Ambient particulate matter (APM) is an airborne mixture of particles. Recently a great deal of public health concern has been raised about the effects of these particles on the lungs and the cardiopulmonary system. APM has been related to pulmonary toxicity for over 40 years (1). However, these concerns have historically taken a backseat to concerns focused on the pulmonary effects of cigarette smoke. It is in the last few years, however that APM has come to the forefront of concern, with many new epidemiological studies from around the world, indicating that as APM levels rise, there is a concomitant rise in: 1) risk of lung cancer 2) emergency room admissions for cardiopulmonary concerns, and 3) cardiopulmonary deaths (2-7). The factors involved in the toxicity of APM remain uncertain.
One of the complicating factors in studying APM is that the particles vary in origin, composition and size. Most APM comes from combustion sources. However, the specific combustion source (e.g. power plant smokestacks, car exhaust etc.) is the major determinate of particle size and composition of the particles. For example, oil combustion produces large amounts of vanadium (V) and nickel (Ni), and petroleum-fueled engines produce lead pollution (8-10).
APM typically consists of a mixture of organic compounds such as polycyclic aromatic hydrocarbons and inorganic compounds including metals like lead, nickel, vanadium and chromium (8-10). The relative amounts of these components, however, will depend on the combustion source as mentioned above. There is no universal standard that defines the amount of each component of APM, nor has an average even been obtained, but APM has been collected from around the world and a range of levels can begin to be defined.
Most studies have focused on the immediate cardiopulmonary effects of APM (11-21). These studies have found that this toxicity is mediated by the metal fraction of the APM (11-13). The metals most commonly found are iron (Fe), vanadium (V), nickel (Ni), cadmium (Cd), chromium (Cr), lead (Pb) and manganese (Mn). These range from relatively high levels for Pb (3-150 ng/m3) and Fe (3-500 ng/m3), to more modest levels for V (2.1-18 ng/m3), Ni ((0.54-11 ng/m3), Cr (0.5-1 ng/m3), and Cd (0.5-1 ng/m3). This finding is provocative, particularly with respect to lung cancer, as 4 metals in APM (Ni, Cr, Cd and arsenic) are classified as known, and 2 others, (Pb and cobalt), are classified as probable human carcinogens by the International Agency for Cancer Research (22). However, despite the epidemiology indicating that APM is a lung carcinogen and evidence that the metals from APM are bioactive, the carcinogenic effects of metals from APM have not been investigated.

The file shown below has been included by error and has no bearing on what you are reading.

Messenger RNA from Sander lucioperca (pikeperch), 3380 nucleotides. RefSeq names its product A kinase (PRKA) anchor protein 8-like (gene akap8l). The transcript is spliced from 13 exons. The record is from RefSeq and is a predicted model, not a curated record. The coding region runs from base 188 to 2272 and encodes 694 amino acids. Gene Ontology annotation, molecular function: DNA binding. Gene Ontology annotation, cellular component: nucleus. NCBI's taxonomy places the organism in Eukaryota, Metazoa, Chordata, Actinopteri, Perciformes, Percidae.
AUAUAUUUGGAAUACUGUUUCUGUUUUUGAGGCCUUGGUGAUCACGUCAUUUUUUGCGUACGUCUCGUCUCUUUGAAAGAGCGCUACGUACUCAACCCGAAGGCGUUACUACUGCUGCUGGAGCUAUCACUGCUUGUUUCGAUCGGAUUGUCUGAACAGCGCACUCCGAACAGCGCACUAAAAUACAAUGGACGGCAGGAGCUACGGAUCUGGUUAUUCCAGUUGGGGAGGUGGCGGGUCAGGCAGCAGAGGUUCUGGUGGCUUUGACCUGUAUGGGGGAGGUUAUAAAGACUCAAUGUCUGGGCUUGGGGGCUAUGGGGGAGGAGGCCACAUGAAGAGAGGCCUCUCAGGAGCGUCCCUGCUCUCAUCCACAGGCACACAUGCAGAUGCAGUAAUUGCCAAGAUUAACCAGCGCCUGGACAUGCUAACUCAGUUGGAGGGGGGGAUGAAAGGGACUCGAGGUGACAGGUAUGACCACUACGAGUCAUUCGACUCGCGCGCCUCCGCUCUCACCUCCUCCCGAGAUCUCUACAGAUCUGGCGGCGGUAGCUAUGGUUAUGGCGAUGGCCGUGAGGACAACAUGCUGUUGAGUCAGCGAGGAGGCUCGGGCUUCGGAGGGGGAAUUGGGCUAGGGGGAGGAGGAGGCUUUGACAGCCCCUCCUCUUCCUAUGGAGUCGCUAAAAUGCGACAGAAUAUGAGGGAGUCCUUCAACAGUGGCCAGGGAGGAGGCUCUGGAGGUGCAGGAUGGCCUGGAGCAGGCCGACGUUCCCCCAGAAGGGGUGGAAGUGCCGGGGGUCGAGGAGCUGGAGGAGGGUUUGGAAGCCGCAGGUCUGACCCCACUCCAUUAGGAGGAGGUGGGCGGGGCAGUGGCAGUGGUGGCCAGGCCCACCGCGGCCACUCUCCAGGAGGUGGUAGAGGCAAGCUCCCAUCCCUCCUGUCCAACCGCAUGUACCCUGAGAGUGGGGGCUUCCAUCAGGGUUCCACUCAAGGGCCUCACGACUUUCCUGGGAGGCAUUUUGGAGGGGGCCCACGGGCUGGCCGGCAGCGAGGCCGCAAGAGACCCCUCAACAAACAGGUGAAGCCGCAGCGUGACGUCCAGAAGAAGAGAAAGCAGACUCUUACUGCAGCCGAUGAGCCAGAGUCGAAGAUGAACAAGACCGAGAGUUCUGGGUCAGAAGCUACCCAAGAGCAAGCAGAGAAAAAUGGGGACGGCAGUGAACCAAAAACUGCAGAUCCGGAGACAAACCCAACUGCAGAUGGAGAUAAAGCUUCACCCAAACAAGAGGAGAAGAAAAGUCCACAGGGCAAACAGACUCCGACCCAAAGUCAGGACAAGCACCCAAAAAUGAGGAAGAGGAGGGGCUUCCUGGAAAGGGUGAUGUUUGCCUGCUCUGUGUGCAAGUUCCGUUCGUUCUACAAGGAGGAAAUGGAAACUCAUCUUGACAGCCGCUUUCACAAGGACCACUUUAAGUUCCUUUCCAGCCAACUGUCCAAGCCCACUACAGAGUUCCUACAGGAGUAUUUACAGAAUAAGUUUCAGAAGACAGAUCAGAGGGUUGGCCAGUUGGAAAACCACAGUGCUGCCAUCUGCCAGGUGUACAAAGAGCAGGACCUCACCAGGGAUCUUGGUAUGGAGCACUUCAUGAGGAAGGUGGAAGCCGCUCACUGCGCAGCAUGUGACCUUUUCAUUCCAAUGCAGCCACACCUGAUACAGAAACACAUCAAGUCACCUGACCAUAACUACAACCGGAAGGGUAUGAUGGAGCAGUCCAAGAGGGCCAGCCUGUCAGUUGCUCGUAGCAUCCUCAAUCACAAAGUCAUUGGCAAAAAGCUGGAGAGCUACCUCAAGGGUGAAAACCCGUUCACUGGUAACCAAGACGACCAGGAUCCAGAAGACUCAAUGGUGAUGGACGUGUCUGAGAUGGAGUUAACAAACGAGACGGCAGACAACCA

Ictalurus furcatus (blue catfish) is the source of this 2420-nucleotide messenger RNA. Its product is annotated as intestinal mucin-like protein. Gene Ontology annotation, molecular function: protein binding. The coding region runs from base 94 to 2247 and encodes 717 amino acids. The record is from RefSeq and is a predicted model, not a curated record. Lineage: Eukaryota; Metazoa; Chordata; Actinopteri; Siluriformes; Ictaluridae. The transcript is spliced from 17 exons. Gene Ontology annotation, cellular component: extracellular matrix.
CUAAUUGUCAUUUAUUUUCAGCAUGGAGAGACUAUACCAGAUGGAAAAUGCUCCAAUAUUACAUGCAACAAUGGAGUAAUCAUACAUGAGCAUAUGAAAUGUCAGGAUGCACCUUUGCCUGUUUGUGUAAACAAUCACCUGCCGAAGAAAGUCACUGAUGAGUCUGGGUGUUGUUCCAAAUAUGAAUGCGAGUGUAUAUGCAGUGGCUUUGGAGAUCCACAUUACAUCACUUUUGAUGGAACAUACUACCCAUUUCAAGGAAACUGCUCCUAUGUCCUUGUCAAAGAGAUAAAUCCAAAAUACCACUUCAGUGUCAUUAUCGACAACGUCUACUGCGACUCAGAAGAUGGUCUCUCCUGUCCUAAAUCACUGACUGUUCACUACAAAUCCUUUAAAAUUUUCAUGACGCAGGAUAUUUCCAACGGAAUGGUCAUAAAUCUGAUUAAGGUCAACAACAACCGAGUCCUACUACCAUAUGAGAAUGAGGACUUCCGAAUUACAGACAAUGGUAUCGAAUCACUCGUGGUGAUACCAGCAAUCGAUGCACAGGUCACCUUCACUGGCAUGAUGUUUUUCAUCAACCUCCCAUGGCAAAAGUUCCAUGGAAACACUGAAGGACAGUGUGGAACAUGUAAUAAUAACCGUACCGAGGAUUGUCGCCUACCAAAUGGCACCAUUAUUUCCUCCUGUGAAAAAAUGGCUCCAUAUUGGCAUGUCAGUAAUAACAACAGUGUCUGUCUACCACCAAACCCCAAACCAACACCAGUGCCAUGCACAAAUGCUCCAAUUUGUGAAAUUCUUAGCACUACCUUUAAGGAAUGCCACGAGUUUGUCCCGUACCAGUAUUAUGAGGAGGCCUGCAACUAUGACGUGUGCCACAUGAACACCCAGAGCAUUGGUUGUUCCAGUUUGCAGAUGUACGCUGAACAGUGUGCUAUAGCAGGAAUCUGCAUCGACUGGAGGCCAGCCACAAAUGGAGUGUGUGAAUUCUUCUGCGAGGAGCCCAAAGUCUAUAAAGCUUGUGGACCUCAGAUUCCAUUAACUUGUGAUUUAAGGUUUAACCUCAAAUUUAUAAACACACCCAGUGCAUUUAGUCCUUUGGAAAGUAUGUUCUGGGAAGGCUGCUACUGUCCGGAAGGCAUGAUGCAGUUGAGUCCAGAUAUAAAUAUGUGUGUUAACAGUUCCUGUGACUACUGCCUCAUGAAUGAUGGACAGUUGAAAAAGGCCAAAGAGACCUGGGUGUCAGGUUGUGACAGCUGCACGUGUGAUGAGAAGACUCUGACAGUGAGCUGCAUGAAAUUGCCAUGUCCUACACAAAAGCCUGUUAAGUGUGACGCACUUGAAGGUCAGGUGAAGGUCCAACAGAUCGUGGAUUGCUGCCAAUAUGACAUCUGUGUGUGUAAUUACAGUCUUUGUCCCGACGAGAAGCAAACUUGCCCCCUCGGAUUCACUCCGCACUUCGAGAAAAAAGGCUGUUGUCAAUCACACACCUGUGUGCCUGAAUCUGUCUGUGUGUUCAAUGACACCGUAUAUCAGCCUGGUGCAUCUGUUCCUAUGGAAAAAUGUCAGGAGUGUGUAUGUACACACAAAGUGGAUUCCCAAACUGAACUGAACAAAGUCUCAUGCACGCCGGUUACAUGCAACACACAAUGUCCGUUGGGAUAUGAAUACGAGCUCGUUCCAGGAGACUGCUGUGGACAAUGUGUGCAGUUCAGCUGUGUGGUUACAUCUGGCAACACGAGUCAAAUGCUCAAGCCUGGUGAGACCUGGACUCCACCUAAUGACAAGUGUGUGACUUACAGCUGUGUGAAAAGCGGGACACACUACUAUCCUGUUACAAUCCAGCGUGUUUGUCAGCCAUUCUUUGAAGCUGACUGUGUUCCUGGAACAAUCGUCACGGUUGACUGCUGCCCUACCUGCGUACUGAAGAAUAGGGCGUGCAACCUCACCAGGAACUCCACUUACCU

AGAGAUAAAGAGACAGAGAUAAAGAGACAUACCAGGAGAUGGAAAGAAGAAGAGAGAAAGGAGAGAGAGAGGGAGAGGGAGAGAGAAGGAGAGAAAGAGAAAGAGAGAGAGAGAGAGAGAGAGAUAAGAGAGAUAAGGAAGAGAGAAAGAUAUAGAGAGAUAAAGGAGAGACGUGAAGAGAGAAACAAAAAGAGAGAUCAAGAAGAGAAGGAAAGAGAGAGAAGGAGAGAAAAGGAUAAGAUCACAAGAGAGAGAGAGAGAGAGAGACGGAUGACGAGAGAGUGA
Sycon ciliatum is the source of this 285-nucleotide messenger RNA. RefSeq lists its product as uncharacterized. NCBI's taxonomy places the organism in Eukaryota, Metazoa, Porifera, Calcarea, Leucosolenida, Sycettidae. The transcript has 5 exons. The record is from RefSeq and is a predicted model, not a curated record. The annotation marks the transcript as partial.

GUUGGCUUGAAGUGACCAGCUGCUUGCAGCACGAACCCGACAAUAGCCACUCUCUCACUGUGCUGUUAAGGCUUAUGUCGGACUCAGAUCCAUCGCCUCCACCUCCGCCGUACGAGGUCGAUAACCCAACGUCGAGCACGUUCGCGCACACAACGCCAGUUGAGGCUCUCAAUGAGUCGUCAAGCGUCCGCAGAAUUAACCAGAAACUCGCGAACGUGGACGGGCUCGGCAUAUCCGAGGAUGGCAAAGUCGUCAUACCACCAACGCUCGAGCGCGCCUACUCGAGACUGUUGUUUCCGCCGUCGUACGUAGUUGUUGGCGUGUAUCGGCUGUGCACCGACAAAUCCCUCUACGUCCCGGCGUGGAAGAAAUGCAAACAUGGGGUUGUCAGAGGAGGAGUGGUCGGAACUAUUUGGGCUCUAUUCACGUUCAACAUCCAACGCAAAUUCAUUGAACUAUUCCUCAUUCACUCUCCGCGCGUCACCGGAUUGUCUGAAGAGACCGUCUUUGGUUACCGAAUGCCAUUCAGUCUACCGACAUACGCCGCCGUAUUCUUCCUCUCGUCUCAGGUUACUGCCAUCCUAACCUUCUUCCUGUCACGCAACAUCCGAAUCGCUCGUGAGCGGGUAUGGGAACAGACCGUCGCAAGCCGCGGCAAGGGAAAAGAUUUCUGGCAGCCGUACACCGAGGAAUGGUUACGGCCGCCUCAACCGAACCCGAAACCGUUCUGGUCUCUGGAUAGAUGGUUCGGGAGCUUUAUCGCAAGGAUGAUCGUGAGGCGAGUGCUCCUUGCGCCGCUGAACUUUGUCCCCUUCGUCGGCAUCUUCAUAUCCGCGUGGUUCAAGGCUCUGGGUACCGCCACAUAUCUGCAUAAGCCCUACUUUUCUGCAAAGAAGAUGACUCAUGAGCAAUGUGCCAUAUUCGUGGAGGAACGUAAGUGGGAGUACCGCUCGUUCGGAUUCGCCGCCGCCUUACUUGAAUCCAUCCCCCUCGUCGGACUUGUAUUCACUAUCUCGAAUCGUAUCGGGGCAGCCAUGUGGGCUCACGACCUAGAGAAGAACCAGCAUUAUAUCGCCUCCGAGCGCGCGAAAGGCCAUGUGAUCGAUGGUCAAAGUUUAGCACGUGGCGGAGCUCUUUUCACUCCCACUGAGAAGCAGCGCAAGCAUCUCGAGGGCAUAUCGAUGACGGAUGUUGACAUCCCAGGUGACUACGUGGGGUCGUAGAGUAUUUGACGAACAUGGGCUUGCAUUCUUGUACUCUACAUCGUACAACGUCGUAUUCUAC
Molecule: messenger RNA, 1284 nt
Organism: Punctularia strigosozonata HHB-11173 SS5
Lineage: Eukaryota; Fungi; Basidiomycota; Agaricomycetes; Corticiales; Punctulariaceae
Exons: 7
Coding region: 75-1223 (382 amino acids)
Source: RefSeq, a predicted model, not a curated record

Clearly our current knowledge of APM carcinogenicity is inadequate. Our research addresses these critical shortcomings. When completed it will provide: 1) an understanding of how APM causes genetic damage and neoplastic transformation; 2) essential information to better assess the relative risk of exposure to APM; and 3) a model of human lung epithelial cells for further study of particles.
Ambient particulate matter is the microscopic dust we breathe in each day as a result of pollution in our air. It has been shown to be a major factor in asthma. The long-term objective of our research has two directions. One is to determine if ambient particulate matter is carcinogenic to human bronchial cells. The second is to investigate the mechanisms by which ambient particulate matter causes or worsens bronchial asthma. This is important because we are exposed to ambient particulate matter and it contains substantial amounts of metals that can accumulate in bronchial cells over a period of years. Currently, there are few data concerning the carcinogenic effects of ambient particulate matter in human bronchial cells. We are focusing on the ability of ambient particulate matter to cause DNA damage and chromosome aberrations. Efforts are also underway to understand how ambient particulate matter signals cells to initiate the inflammatory responses associated with asthma.
|This figure shows that APM particles were undergoing initial internalization (arrow). Magnification=21000x||This figure shows that APM particles were located within vacuoles (arrow). Magnification=21000x||This figure shows that a mitotic cell containing APM particles (arrow). Magnification=21000x|
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The Wise Laboratory is assisted in this work by an important number of collaborators and cooperators. In particular, the following prominent scientists and their teams provide significant support and input:
Dr. Lisa Pfefferle is Professor of Mechanical Engineering and the Chair of the Department of Chemical Engineering at Yale University. She provides expert advice and guidance on the creation and characterization of dusts and particles.
Dr. Douglas Thompson is a Professor of Epidemiology and Associate Director of the Maine Center for Toxicology and Environmental Health at the University of Southern Maine. He provides expert advice and guidance on statistical analysis and study design and also assists with the marine mammal studies.
Dr. Tongzhang Zheng is Professor of Epidemiology and Public Health and Head of the Environmental Health Sciences Division at Yale University. He provides expert advice and guidance on the statistical analysis and epidemiological design of marine mammal studies.
This work is generously supported by grant #EP-09-05 from the National Aeronautics and Space Administration (NASA) and by the Maine Center for Toxicology and Environmental Health.